Posted 3 апреля 2023,, 12:54
Published 3 апреля 2023,, 12:54
Modified 3 апреля 2023,, 15:29
Updated 3 апреля 2023,, 15:29
Experts from the Mexican National Institute of Anthropology and History expressed concern about the "fungal growths" found on one of the exhibits of the Museum of Mummies in Guanajuato. In their opinion, the infection may pose a danger to visitors, the Daily Mail reports.
The local law in force at that time obliged people to pay a tax so that the bodies of their relatives remained in the cemetery, otherwise the tombs were freed from the dead. During exhumation, some of the corpses were found mummified – probably because of the dry, highly mineralized soils that favored this.
The mummies were kept in a special building at the cemetery, and in the late 1960s, seeing the interest of tourists, the authorities organized a museum in which they exhibited mummies in showcases. More than 4,000 visitors come weekly to see murder victims, executed criminals and babies who were buried in the costumes of saints to ease their way to heaven. According to rumors, there are those who died from the cholera epidemic, as well as those buried alive. However, this information has not been officially confirmed.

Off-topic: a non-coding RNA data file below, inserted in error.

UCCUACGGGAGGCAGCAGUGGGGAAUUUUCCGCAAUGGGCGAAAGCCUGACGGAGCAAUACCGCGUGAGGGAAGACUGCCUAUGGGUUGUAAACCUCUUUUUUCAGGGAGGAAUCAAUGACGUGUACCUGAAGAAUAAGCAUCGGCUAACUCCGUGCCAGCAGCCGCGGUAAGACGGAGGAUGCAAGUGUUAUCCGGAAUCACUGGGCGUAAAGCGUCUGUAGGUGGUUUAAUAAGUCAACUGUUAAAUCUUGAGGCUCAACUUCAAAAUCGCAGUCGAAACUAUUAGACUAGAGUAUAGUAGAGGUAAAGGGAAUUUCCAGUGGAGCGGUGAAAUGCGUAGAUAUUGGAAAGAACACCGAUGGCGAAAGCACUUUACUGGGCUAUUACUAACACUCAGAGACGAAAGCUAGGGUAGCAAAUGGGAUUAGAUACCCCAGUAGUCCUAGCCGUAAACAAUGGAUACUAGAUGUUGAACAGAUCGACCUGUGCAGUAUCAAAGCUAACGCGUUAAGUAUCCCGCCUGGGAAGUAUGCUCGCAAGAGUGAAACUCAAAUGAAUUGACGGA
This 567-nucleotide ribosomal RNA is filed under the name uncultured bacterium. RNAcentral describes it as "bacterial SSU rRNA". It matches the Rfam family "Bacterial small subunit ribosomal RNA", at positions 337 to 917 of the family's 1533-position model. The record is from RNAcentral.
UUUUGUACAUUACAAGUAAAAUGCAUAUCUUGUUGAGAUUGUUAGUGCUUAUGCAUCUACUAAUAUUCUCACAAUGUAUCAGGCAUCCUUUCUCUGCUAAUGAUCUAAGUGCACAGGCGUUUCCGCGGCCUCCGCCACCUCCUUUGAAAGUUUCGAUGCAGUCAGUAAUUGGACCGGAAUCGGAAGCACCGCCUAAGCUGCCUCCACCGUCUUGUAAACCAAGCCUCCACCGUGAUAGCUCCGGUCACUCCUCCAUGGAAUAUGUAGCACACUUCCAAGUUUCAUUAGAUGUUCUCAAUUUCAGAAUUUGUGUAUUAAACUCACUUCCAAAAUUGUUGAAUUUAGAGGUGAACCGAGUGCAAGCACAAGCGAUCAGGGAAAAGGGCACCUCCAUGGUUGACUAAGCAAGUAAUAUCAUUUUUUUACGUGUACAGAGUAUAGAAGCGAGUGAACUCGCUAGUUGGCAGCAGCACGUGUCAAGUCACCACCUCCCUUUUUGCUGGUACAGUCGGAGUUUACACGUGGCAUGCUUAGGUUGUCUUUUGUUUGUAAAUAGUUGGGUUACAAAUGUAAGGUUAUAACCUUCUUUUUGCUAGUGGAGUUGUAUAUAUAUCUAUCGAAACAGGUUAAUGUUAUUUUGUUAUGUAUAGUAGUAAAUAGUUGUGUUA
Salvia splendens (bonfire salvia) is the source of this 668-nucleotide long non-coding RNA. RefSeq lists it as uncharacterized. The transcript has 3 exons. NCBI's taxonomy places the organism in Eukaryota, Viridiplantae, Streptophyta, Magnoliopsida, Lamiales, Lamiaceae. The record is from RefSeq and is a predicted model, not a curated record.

From time to time, exhibits are lent to other museums, for example, some of the Mexican mummies toured the United States. Now some mummies are being shown at a tourist fair in Mexico City. The Mexican National Institute of Anthropology and History issued a statement saying that this action may be unsafe. Specialists of the institute distanced themselves from the decision of the authorities to exhibit mummies in glass cases at the fair, saying that they were not consulted.
"It is even more alarming that they are exposed without guarantees of compliance with biological hazards," experts say. – Judging by some published photos, at least one of the exhibited corpses, which was examined at the institute in November 2021, shows signs of the spread of possible fungal colonies. A thorough study is needed to determine whether this poses a risk to cultural heritage items, as well as to those who handle them and come to see them." What kind of fungus caused the alarm of experts is not reported.